October 31, 2007

Our current understanding of steering dynamics and self-stability of modern bicycles is not complete, due to the complexity of the mechanical analysis. Consequently, it is hard to get concrete design guidelines to achieve or prevent particular behaviors of the bicycle. However, we can start by studying the governing equations for a reasonably complex idealized bicycle, and develop more realistic models from there.

In deriving the equations of motion, we basically
followed the arguments by Richard Scott Hand [1] and by Jim M.
Papadopoulos [2]. The relevant quantities are defined in Fig. 1 and Fig.
2. The ideal bicycle we are studying can be considered as two bodies - a
rigid rear-frame with rigidly attached immobile rider and a rigid
steerable front-frame (fork + stem +bars) - joined at the steering axis.
The torques for rotational accelerations
d^{2}χ/dt^{2}, d^{2}θ/dt^{2},
d^{2}ψ/dt^{2} are obtained from the moment of
inertia tensors of the front and rear assemblies, assuming that the
wheels are not rotating. The actual rotations of wheels are incorporated
by introducing a quantity of angular momentum H_{r} attached to
rear assembly, and a quantity H_{f} attached to front assembly.
Aerodynamic forces, bearing resistance, and rolling resistance are
neglected [2], [4].

As shown in Fig. 2, the configuration of the bicycle
and the positions of mass points on it are determined by Y, X, θ,
χ, ψ, and the amount of rotation of both wheels. In our model,
the bicycle has small deviations from upright coasting along the Y axis
of a level plane where the forward velocity V is essentially constant.
Therefore, Y = Vt and each wheel rotates at a nearly constant rate. We
consider V, H_{r}, and H_{f} as constants and the
variables X, θ, χ, ψ as very small [3].

Under these assumptions, we get four equations of motion, each involving the total X-force, the total χ-moment, the total θ-moment, and the total ψ-moment respectively. Considering the particular case where the wheels have zero side slips, we then obtain two reduced equations:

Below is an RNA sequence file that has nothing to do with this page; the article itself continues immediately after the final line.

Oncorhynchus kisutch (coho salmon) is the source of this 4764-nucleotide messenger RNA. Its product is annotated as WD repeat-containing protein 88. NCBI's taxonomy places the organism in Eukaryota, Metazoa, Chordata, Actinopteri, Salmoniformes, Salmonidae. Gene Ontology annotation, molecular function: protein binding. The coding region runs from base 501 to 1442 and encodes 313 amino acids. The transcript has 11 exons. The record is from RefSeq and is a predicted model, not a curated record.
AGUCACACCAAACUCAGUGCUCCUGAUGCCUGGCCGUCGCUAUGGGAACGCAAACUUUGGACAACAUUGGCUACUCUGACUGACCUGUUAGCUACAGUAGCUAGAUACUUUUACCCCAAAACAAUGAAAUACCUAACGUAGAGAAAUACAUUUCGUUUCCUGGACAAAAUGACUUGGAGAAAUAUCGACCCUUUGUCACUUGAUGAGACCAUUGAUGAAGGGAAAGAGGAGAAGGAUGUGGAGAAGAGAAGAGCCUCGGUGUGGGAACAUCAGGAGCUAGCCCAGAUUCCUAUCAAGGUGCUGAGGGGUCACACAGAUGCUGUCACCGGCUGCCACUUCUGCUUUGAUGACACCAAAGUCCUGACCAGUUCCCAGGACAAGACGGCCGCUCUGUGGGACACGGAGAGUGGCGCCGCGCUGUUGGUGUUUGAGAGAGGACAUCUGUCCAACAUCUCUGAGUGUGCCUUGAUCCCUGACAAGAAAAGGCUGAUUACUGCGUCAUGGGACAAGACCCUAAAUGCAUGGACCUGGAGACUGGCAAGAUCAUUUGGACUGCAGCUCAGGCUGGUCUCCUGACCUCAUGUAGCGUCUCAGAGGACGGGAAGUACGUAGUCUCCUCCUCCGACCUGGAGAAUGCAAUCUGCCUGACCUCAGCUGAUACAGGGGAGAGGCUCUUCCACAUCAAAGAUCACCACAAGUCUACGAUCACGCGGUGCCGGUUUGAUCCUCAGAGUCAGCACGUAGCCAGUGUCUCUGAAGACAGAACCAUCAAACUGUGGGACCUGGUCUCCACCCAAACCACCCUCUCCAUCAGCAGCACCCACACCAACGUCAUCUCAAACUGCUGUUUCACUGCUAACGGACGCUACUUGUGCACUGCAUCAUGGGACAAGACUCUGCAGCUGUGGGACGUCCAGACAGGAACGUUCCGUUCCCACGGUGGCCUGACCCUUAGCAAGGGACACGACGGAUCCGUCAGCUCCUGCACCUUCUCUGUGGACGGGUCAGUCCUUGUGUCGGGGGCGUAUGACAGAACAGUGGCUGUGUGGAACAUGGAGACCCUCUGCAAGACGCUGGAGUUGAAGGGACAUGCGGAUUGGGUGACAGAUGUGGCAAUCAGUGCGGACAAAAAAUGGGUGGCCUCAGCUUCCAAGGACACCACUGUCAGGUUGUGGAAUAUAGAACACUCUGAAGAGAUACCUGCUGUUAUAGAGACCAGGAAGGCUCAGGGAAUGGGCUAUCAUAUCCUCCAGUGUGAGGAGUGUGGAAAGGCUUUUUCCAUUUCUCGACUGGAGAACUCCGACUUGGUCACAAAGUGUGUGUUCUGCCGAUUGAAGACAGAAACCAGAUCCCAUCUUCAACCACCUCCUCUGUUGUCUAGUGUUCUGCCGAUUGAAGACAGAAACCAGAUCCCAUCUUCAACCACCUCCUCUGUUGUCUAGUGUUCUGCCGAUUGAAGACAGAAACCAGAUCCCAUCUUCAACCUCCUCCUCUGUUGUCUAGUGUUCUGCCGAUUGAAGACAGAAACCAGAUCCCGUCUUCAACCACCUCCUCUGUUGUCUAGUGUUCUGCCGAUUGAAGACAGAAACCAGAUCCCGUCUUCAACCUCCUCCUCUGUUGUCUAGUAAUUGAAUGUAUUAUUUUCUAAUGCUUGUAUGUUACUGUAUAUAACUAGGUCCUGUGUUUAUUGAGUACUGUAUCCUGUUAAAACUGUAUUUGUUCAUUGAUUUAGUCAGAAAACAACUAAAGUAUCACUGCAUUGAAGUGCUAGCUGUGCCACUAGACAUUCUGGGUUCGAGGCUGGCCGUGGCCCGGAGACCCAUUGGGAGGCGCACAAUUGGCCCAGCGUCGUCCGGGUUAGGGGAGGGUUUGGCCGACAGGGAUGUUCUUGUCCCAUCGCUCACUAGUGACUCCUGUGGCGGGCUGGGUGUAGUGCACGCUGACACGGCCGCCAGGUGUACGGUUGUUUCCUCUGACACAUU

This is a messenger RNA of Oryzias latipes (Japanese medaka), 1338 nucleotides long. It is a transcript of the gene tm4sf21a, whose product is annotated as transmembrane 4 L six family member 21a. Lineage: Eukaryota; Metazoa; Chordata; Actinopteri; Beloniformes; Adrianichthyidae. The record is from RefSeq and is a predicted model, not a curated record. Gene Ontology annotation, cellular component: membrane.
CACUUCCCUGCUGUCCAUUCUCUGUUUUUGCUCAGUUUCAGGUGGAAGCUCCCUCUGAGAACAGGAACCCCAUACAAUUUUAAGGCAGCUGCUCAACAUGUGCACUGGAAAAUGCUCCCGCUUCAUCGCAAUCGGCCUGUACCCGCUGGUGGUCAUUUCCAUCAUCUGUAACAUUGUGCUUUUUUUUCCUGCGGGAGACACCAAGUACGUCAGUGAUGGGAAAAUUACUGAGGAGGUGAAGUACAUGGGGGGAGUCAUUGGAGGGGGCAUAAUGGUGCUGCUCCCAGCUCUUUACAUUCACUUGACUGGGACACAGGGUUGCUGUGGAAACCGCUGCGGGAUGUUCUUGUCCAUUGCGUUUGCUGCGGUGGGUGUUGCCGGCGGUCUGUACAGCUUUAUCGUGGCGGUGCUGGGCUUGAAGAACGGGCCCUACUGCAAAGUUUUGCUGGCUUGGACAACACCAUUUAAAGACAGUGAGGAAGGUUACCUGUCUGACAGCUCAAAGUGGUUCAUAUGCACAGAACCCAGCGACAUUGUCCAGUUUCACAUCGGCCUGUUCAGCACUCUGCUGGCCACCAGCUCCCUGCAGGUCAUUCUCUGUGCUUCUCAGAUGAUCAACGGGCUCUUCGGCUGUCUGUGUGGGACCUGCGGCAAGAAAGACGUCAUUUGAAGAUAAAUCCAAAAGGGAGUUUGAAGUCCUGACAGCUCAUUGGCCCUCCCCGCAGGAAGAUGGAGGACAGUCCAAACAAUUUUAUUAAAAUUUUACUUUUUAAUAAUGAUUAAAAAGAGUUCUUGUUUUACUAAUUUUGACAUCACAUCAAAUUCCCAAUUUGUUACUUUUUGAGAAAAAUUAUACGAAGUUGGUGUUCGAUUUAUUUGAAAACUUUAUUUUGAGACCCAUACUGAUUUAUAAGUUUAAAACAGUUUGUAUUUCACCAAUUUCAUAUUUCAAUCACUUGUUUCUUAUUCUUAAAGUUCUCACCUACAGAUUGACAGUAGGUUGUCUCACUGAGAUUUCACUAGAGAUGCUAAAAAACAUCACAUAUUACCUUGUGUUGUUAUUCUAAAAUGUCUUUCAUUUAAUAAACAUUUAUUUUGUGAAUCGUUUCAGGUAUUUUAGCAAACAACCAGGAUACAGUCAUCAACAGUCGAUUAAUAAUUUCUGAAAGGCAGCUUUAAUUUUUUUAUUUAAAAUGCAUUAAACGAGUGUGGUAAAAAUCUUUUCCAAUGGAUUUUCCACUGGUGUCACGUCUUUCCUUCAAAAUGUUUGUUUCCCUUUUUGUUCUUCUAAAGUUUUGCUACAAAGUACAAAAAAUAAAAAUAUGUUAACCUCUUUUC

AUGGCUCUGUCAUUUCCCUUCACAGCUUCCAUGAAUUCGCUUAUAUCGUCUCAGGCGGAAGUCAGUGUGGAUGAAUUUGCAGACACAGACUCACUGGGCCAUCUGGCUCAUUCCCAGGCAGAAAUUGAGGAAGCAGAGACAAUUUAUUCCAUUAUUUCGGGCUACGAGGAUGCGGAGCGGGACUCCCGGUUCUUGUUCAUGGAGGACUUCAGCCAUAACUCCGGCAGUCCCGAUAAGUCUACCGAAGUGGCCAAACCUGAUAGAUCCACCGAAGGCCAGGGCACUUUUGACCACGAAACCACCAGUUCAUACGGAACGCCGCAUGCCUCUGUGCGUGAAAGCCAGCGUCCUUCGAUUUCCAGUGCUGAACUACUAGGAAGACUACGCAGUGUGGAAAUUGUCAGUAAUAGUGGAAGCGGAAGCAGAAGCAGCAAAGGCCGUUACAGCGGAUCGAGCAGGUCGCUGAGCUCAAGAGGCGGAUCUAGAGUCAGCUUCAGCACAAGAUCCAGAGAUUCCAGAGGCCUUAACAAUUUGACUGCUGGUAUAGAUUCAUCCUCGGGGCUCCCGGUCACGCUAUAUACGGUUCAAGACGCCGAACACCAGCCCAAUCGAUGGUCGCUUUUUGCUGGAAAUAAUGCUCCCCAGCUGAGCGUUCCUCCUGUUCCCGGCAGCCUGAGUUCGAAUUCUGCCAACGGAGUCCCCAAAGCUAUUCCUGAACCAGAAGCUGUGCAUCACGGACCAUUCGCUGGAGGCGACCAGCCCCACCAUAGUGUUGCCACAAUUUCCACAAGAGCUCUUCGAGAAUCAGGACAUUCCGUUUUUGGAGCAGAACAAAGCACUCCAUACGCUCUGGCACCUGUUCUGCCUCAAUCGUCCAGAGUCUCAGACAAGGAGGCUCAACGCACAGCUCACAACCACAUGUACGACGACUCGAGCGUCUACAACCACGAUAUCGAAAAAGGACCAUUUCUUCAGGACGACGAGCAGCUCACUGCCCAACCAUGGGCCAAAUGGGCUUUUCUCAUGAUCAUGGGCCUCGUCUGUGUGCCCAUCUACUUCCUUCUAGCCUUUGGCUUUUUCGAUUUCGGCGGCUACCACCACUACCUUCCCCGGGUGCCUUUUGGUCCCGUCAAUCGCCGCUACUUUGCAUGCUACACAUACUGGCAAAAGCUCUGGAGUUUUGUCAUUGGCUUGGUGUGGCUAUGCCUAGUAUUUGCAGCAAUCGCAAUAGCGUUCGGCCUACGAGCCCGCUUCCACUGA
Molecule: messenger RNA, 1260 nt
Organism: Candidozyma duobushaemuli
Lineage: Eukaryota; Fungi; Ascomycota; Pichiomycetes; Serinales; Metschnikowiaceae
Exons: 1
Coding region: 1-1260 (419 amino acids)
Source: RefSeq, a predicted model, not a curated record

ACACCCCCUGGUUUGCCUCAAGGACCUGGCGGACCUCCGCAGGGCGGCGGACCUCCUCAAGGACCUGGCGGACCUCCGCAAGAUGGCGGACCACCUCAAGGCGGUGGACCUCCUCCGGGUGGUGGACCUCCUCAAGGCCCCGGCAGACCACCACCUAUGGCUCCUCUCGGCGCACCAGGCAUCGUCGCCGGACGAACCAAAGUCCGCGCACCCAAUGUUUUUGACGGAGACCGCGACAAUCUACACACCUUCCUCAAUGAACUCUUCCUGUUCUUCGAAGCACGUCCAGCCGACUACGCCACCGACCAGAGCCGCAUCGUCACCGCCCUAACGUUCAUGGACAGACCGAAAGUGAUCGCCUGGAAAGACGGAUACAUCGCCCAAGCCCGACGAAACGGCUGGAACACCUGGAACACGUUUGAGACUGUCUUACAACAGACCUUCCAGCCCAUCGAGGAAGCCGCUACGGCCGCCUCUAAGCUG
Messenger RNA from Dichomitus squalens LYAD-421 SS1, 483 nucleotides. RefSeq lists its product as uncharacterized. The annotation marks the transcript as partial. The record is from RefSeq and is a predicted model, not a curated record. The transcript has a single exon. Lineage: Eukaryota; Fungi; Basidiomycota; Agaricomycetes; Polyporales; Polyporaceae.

The M, C, and K coefficients are determined by a given bicycle configuration, and defined in Papadopoulos's paper [2]. They are all constants at a given bicycle velocity V.

Self-stability denotes the phenomenon that the bicycle returns to an upright configuration after any moderate disturbance. For no-hands motion of a bicycle, we eliminate one variable from the lean equation and steer equation, and get the following equation in terms of differential operators:

Here, A = a_{0}, B = bV, C =
c_{o}+c_{2}V^{2}, D =
d_{1}V+d_{3}V^{3},
E=e_{0}+e_{2}V^{2} for some parameters
a_{0}, ..., e_{2} determined by the coefficients M, C,
and K.

Fig. 2: Picture of skeleton frame in general
configuration; X is displacement of Pr from Y-axis |

It is hard to solve the above equation of a given bicycle using a computer, since it requires a tremendous number of computer runs. Also, solving the equation analytically is extremely difficult. In fact, whether leaning and steering motions eventually damp out or not is determined by the signs of the real parts of the equation's eigenvalues. Thus, one reasonable approach would be to apply Routh-Hurwitz tests:

If a bicycle satisfies the above criteria, then it is stable.

In a conventional design, the parameters
a_{0}, b_{1}, c_{2}, d_{3},